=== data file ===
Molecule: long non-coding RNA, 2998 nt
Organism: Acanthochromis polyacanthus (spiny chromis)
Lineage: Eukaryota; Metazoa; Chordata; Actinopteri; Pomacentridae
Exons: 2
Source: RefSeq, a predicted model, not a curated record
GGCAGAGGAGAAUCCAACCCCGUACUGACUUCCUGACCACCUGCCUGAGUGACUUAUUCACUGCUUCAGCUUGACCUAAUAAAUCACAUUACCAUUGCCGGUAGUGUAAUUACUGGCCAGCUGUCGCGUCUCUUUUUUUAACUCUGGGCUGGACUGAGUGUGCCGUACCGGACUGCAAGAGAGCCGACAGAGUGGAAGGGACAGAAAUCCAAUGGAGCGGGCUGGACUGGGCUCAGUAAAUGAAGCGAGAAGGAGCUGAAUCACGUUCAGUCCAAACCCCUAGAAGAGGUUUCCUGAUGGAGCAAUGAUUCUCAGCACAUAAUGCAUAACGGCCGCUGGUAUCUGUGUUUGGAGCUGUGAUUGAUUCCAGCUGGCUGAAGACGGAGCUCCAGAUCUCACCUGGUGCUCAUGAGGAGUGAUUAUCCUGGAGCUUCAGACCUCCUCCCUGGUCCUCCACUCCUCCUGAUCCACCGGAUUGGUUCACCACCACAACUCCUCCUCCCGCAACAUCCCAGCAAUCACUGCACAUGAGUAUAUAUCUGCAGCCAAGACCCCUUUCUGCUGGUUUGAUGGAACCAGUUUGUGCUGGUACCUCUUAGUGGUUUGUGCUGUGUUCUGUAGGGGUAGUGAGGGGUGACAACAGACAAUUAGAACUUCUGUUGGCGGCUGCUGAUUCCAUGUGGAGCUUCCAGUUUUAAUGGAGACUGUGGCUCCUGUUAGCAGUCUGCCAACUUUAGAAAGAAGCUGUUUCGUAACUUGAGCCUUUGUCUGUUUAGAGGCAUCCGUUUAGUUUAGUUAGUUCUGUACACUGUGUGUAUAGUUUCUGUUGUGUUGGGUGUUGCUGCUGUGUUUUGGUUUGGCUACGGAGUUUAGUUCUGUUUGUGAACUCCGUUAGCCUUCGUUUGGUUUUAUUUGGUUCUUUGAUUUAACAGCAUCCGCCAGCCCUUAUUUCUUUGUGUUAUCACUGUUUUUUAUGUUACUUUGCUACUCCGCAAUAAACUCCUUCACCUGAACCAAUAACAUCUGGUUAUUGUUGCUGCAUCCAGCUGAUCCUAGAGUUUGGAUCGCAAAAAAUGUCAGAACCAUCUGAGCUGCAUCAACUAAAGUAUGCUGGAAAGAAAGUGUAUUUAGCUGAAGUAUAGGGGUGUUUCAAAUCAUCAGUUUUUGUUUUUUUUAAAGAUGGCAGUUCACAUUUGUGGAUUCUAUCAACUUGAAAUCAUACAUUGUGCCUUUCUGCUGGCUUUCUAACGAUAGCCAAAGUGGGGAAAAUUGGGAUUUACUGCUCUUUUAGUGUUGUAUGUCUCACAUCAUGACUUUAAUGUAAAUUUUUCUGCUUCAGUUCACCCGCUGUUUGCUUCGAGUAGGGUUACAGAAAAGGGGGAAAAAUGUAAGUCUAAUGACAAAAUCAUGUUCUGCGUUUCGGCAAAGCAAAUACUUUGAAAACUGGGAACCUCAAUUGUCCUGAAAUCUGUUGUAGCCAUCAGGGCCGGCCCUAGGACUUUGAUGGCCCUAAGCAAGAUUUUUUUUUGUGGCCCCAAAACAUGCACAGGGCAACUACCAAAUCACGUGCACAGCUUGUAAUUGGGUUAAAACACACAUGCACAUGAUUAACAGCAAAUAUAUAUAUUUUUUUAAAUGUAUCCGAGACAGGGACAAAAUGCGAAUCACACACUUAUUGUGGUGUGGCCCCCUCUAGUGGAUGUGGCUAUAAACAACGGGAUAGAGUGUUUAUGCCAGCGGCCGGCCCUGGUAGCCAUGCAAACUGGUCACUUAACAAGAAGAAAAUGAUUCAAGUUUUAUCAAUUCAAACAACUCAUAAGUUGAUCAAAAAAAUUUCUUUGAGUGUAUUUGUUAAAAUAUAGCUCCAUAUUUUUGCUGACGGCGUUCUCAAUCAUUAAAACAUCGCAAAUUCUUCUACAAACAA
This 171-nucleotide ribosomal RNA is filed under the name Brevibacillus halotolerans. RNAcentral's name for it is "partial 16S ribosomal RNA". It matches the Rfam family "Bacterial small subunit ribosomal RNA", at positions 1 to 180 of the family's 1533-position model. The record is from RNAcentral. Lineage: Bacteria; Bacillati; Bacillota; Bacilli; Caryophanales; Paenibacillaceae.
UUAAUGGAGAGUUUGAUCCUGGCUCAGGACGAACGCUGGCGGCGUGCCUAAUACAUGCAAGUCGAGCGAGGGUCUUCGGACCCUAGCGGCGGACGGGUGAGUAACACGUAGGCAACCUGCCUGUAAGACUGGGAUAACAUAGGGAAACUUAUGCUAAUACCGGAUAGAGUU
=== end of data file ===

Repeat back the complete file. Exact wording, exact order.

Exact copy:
Molecule: long non-coding RNA, 2998 nt
Organism: Acanthochromis polyacanthus (spiny chromis)
Lineage: Eukaryota; Metazoa; Chordata; Actinopteri; Pomacentridae
Exons: 2
Source: RefSeq, a predicted model, not a curated record
GGCAGAGGAGAAUCCAACCCCGUACUGACUUCCUGACCACCUGCCUGAGUGACUUAUUCACUGCUUCAGCUUGACCUAAUAAAUCACAUUACCAUUGCCGGUAGUGUAAUUACUGGCCAGCUGUCGCGUCUCUUUUUUUAACUCUGGGCUGGACUGAGUGUGCCGUACCGGACUGCAAGAGAGCCGACAGAGUGGAAGGGACAGAAAUCCAAUGGAGCGGGCUGGACUGGGCUCAGUAAAUGAAGCGAGAAGGAGCUGAAUCACGUUCAGUCCAAACCCCUAGAAGAGGUUUCCUGAUGGAGCAAUGAUUCUCAGCACAUAAUGCAUAACGGCCGCUGGUAUCUGUGUUUGGAGCUGUGAUUGAUUCCAGCUGGCUGAAGACGGAGCUCCAGAUCUCACCUGGUGCUCAUGAGGAGUGAUUAUCCUGGAGCUUCAGACCUCCUCCCUGGUCCUCCACUCCUCCUGAUCCACCGGAUUGGUUCACCACCACAACUCCUCCUCCCGCAACAUCCCAGCAAUCACUGCACAUGAGUAUAUAUCUGCAGCCAAGACCCCUUUCUGCUGGUUUGAUGGAACCAGUUUGUGCUGGUACCUCUUAGUGGUUUGUGCUGUGUUCUGUAGGGGUAGUGAGGGGUGACAACAGACAAUUAGAACUUCUGUUGGCGGCUGCUGAUUCCAUGUGGAGCUUCCAGUUUUAAUGGAGACUGUGGCUCCUGUUAGCAGUCUGCCAACUUUAGAAAGAAGCUGUUUCGUAACUUGAGCCUUUGUCUGUUUAGAGGCAUCCGUUUAGUUUAGUUAGUUCUGUACACUGUGUGUAUAGUUUCUGUUGUGUUGGGUGUUGCUGCUGUGUUUUGGUUUGGCUACGGAGUUUAGUUCUGUUUGUGAACUCCGUUAGCCUUCGUUUGGUUUUAUUUGGUUCUUUGAUUUAACAGCAUCCGCCAGCCCUUAUUUCUUUGUGUUAUCACUGUUUUUUAUGUUACUUUGCUACUCCGCAAUAAACUCCUUCACCUGAACCAAUAACAUCUGGUUAUUGUUGCUGCAUCCAGCUGAUCCUAGAGUUUGGAUCGCAAAAAAUGUCAGAACCAUCUGAGCUGCAUCAACUAAAGUAUGCUGGAAAGAAAGUGUAUUUAGCUGAAGUAUAGGGGUGUUUCAAAUCAUCAGUUUUUGUUUUUUUUAAAGAUGGCAGUUCACAUUUGUGGAUUCUAUCAACUUGAAAUCAUACAUUGUGCCUUUCUGCUGGCUUUCUAACGAUAGCCAAAGUGGGGAAAAUUGGGAUUUACUGCUCUUUUAGUGUUGUAUGUCUCACAUCAUGACUUUAAUGUAAAUUUUUCUGCUUCAGUUCACCCGCUGUUUGCUUCGAGUAGGGUUACAGAAAAGGGGGAAAAAUGUAAGUCUAAUGACAAAAUCAUGUUCUGCGUUUCGGCAAAGCAAAUACUUUGAAAACUGGGAACCUCAAUUGUCCUGAAAUCUGUUGUAGCCAUCAGGGCCGGCCCUAGGACUUUGAUGGCCCUAAGCAAGAUUUUUUUUUGUGGCCCCAAAACAUGCACAGGGCAACUACCAAAUCACGUGCACAGCUUGUAAUUGGGUUAAAACACACAUGCACAUGAUUAACAGCAAAUAUAUAUAUUUUUUUAAAUGUAUCCGAGACAGGGACAAAAUGCGAAUCACACACUUAUUGUGGUGUGGCCCCCUCUAGUGGAUGUGGCUAUAAACAACGGGAUAGAGUGUUUAUGCCAGCGGCCGGCCCUGGUAGCCAUGCAAACUGGUCACUUAACAAGAAGAAAAUGAUUCAAGUUUUAUCAAUUCAAACAACUCAUAAGUUGAUCAAAAAAAUUUCUUUGAGUGUAUUUGUUAAAAUAUAGCUCCAUAUUUUUGCUGACGGCGUUCUCAAUCAUUAAAACAUCGCAAAUUCUUCUACAAACAA
This 171-nucleotide ribosomal RNA is filed under the name Brevibacillus halotolerans. RNAcentral's name for it is "partial 16S ribosomal RNA". It matches the Rfam family "Bacterial small subunit ribosomal RNA", at positions 1 to 180 of the family's 1533-position model. The record is from RNAcentral. Lineage: Bacteria; Bacillati; Bacillota; Bacilli; Caryophanales; Paenibacillaceae.
UUAAUGGAGAGUUUGAUCCUGGCUCAGGACGAACGCUGGCGGCGUGCCUAAUACAUGCAAGUCGAGCGAGGGUCUUCGGACCCUAGCGGCGGACGGGUGAGUAACACGUAGGCAACCUGCCUGUAAGACUGGGAUAACAUAGGGAAACUUAUGCUAAUACCGGAUAGAGUU